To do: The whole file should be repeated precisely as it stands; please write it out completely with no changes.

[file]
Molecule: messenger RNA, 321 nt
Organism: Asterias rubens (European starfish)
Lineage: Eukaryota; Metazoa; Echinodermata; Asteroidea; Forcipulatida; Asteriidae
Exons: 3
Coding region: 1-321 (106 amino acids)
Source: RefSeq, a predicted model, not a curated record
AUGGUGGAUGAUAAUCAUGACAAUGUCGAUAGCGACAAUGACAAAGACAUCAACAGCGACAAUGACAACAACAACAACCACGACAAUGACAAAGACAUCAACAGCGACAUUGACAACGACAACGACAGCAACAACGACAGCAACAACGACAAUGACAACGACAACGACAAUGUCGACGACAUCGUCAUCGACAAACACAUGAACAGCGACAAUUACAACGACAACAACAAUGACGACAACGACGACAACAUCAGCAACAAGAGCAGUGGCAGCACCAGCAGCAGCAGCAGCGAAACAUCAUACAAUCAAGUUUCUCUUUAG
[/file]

Molecule: messenger RNA, 321 nt
Organism: Asterias rubens (European starfish)
Lineage: Eukaryota; Metazoa; Echinodermata; Asteroidea; Forcipulatida; Asteriidae
Exons: 3
Coding region: 1-321 (106 amino acids)
Source: RefSeq, a predicted model, not a curated record
AUGGUGGAUGAUAAUCAUGACAAUGUCGAUAGCGACAAUGACAAAGACAUCAACAGCGACAAUGACAACAACAACAACCACGACAAUGACAAAGACAUCAACAGCGACAUUGACAACGACAACGACAGCAACAACGACAGCAACAACGACAAUGACAACGACAACGACAAUGUCGACGACAUCGUCAUCGACAAACACAUGAACAGCGACAAUUACAACGACAACAACAAUGACGACAACGACGACAACAUCAGCAACAAGAGCAGUGGCAGCACCAGCAGCAGCAGCAGCGAAACAUCAUACAAUCAAGUUUCUCUUUAG